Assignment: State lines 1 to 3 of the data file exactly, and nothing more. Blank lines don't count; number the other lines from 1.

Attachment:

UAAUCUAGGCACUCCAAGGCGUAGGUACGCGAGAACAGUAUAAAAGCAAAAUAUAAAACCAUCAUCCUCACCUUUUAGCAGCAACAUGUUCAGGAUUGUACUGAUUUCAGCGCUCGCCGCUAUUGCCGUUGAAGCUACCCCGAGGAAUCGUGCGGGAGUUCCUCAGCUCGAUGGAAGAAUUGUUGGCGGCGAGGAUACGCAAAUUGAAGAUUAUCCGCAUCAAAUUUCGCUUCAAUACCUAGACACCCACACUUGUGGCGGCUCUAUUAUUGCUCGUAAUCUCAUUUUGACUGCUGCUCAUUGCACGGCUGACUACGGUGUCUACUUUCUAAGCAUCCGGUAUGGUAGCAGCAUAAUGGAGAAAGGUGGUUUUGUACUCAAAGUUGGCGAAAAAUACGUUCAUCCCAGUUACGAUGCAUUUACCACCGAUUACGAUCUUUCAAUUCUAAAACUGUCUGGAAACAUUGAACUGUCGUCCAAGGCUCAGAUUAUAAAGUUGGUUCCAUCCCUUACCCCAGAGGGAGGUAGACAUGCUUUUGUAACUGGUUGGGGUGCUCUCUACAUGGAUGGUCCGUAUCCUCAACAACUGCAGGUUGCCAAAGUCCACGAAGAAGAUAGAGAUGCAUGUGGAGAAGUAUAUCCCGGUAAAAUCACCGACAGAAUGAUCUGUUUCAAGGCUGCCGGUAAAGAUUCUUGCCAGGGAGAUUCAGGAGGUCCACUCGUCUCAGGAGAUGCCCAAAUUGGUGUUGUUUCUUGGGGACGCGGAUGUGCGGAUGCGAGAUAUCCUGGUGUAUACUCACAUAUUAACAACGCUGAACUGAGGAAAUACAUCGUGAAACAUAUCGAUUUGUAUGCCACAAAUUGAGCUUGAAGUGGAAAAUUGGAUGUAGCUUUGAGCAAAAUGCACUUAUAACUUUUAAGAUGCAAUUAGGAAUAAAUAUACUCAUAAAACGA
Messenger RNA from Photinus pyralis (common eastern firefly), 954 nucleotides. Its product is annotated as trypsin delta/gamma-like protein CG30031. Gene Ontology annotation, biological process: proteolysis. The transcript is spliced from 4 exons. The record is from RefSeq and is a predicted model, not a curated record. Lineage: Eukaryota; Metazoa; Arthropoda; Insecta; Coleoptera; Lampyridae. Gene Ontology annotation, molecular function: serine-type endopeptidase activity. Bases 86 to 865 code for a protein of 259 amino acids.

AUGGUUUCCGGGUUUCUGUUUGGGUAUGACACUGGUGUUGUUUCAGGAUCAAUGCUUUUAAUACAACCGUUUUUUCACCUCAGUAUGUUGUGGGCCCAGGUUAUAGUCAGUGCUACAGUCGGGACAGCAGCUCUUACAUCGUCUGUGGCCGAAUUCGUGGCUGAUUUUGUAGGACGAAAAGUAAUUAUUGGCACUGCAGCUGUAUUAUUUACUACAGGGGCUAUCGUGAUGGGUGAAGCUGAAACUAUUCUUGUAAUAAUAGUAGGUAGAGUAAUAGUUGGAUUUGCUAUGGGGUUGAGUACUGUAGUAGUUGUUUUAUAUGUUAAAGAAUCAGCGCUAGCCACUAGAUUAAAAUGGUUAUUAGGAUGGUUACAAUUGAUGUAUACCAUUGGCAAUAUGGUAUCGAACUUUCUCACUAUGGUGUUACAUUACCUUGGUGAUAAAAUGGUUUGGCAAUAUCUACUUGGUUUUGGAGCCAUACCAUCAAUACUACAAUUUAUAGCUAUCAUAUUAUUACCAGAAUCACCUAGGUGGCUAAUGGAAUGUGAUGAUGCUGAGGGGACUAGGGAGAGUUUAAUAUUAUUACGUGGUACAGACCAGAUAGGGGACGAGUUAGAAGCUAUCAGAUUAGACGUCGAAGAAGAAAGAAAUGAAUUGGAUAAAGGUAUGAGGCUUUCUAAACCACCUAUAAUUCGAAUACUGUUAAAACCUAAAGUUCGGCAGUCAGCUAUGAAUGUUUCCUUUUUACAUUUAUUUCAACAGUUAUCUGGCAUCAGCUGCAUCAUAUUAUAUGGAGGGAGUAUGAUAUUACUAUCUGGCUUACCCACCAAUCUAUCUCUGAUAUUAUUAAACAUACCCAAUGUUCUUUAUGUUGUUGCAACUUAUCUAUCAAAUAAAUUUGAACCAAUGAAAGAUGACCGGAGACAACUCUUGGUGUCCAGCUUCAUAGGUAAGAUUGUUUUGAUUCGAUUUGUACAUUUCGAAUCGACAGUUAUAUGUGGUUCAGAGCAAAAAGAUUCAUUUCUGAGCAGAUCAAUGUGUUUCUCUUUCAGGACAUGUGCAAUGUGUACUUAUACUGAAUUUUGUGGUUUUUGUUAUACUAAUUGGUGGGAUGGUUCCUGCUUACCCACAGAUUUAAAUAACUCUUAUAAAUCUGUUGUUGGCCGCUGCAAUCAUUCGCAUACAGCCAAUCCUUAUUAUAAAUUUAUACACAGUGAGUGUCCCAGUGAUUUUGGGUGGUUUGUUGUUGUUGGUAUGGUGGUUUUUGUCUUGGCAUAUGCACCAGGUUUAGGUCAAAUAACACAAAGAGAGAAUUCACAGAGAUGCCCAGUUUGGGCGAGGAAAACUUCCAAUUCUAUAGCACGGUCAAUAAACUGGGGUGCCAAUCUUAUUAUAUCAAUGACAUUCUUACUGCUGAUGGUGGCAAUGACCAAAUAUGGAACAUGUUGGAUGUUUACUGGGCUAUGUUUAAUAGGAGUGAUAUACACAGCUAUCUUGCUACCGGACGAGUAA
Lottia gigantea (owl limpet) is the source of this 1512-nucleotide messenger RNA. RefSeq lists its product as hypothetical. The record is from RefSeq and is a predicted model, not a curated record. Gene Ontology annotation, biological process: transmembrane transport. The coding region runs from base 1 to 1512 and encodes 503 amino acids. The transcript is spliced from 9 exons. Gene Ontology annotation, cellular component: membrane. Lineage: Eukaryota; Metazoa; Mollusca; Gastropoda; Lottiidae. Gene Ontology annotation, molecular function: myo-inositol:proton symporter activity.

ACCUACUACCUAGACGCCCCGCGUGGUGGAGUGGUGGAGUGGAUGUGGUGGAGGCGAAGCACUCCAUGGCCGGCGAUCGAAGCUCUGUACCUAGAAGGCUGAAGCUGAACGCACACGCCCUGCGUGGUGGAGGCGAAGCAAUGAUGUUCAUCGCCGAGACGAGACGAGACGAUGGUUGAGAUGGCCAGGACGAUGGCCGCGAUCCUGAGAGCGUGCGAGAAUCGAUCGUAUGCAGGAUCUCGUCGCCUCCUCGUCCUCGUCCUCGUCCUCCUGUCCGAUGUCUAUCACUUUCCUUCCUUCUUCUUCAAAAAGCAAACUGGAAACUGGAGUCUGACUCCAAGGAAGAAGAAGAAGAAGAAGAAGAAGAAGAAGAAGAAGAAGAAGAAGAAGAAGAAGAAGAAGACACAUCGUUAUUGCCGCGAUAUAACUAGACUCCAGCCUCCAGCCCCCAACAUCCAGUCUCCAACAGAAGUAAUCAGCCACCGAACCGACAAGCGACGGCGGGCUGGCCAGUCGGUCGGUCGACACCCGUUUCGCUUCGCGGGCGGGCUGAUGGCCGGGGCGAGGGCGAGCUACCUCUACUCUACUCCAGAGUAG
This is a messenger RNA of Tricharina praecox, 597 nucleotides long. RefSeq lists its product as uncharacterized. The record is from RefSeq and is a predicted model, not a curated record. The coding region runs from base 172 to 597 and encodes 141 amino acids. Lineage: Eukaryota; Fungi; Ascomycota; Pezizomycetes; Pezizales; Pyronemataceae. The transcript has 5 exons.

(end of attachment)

UAAUCUAGGCACUCCAAGGCGUAGGUACGCGAGAACAGUAUAAAAGCAAAAUAUAAAACCAUCAUCCUCACCUUUUAGCAGCAACAUGUUCAGGAUUGUACUGAUUUCAGCGCUCGCCGCUAUUGCCGUUGAAGCUACCCCGAGGAAUCGUGCGGGAGUUCCUCAGCUCGAUGGAAGAAUUGUUGGCGGCGAGGAUACGCAAAUUGAAGAUUAUCCGCAUCAAAUUUCGCUUCAAUACCUAGACACCCACACUUGUGGCGGCUCUAUUAUUGCUCGUAAUCUCAUUUUGACUGCUGCUCAUUGCACGGCUGACUACGGUGUCUACUUUCUAAGCAUCCGGUAUGGUAGCAGCAUAAUGGAGAAAGGUGGUUUUGUACUCAAAGUUGGCGAAAAAUACGUUCAUCCCAGUUACGAUGCAUUUACCACCGAUUACGAUCUUUCAAUUCUAAAACUGUCUGGAAACAUUGAACUGUCGUCCAAGGCUCAGAUUAUAAAGUUGGUUCCAUCCCUUACCCCAGAGGGAGGUAGACAUGCUUUUGUAACUGGUUGGGGUGCUCUCUACAUGGAUGGUCCGUAUCCUCAACAACUGCAGGUUGCCAAAGUCCACGAAGAAGAUAGAGAUGCAUGUGGAGAAGUAUAUCCCGGUAAAAUCACCGACAGAAUGAUCUGUUUCAAGGCUGCCGGUAAAGAUUCUUGCCAGGGAGAUUCAGGAGGUCCACUCGUCUCAGGAGAUGCCCAAAUUGGUGUUGUUUCUUGGGGACGCGGAUGUGCGGAUGCGAGAUAUCCUGGUGUAUACUCACAUAUUAACAACGCUGAACUGAGGAAAUACAUCGUGAAACAUAUCGAUUUGUAUGCCACAAAUUGAGCUUGAAGUGGAAAAUUGGAUGUAGCUUUGAGCAAAAUGCACUUAUAACUUUUAAGAUGCAAUUAGGAAUAAAUAUACUCAUAAAACGA
Messenger RNA from Photinus pyralis (common eastern firefly), 954 nucleotides. Its product is annotated as trypsin delta/gamma-like protein CG30031. Gene Ontology annotation, biological process: proteolysis. The transcript is spliced from 4 exons. The record is from RefSeq and is a predicted model, not a curated record. Lineage: Eukaryota; Metazoa; Arthropoda; Insecta; Coleoptera; Lampyridae. Gene Ontology annotation, molecular function: serine-type endopeptidase activity. Bases 86 to 865 code for a protein of 259 amino acids.

AUGGUUUCCGGGUUUCUGUUUGGGUAUGACACUGGUGUUGUUUCAGGAUCAAUGCUUUUAAUACAACCGUUUUUUCACCUCAGUAUGUUGUGGGCCCAGGUUAUAGUCAGUGCUACAGUCGGGACAGCAGCUCUUACAUCGUCUGUGGCCGAAUUCGUGGCUGAUUUUGUAGGACGAAAAGUAAUUAUUGGCACUGCAGCUGUAUUAUUUACUACAGGGGCUAUCGUGAUGGGUGAAGCUGAAACUAUUCUUGUAAUAAUAGUAGGUAGAGUAAUAGUUGGAUUUGCUAUGGGGUUGAGUACUGUAGUAGUUGUUUUAUAUGUUAAAGAAUCAGCGCUAGCCACUAGAUUAAAAUGGUUAUUAGGAUGGUUACAAUUGAUGUAUACCAUUGGCAAUAUGGUAUCGAACUUUCUCACUAUGGUGUUACAUUACCUUGGUGAUAAAAUGGUUUGGCAAUAUCUACUUGGUUUUGGAGCCAUACCAUCAAUACUACAAUUUAUAGCUAUCAUAUUAUUACCAGAAUCACCUAGGUGGCUAAUGGAAUGUGAUGAUGCUGAGGGGACUAGGGAGAGUUUAAUAUUAUUACGUGGUACAGACCAGAUAGGGGACGAGUUAGAAGCUAUCAGAUUAGACGUCGAAGAAGAAAGAAAUGAAUUGGAUAAAGGUAUGAGGCUUUCUAAACCACCUAUAAUUCGAAUACUGUUAAAACCUAAAGUUCGGCAGUCAGCUAUGAAUGUUUCCUUUUUACAUUUAUUUCAACAGUUAUCUGGCAUCAGCUGCAUCAUAUUAUAUGGAGGGAGUAUGAUAUUACUAUCUGGCUUACCCACCAAUCUAUCUCUGAUAUUAUUAAACAUACCCAAUGUUCUUUAUGUUGUUGCAACUUAUCUAUCAAAUAAAUUUGAACCAAUGAAAGAUGACCGGAGACAACUCUUGGUGUCCAGCUUCAUAGGUAAGAUUGUUUUGAUUCGAUUUGUACAUUUCGAAUCGACAGUUAUAUGUGGUUCAGAGCAAAAAGAUUCAUUUCUGAGCAGAUCAAUGUGUUUCUCUUUCAGGACAUGUGCAAUGUGUACUUAUACUGAAUUUUGUGGUUUUUGUUAUACUAAUUGGUGGGAUGGUUCCUGCUUACCCACAGAUUUAAAUAACUCUUAUAAAUCUGUUGUUGGCCGCUGCAAUCAUUCGCAUACAGCCAAUCCUUAUUAUAAAUUUAUACACAGUGAGUGUCCCAGUGAUUUUGGGUGGUUUGUUGUUGUUGGUAUGGUGGUUUUUGUCUUGGCAUAUGCACCAGGUUUAGGUCAAAUAACACAAAGAGAGAAUUCACAGAGAUGCCCAGUUUGGGCGAGGAAAACUUCCAAUUCUAUAGCACGGUCAAUAAACUGGGGUGCCAAUCUUAUUAUAUCAAUGACAUUCUUACUGCUGAUGGUGGCAAUGACCAAAUAUGGAACAUGUUGGAUGUUUACUGGGCUAUGUUUAAUAGGAGUGAUAUACACAGCUAUCUUGCUACCGGACGAGUAA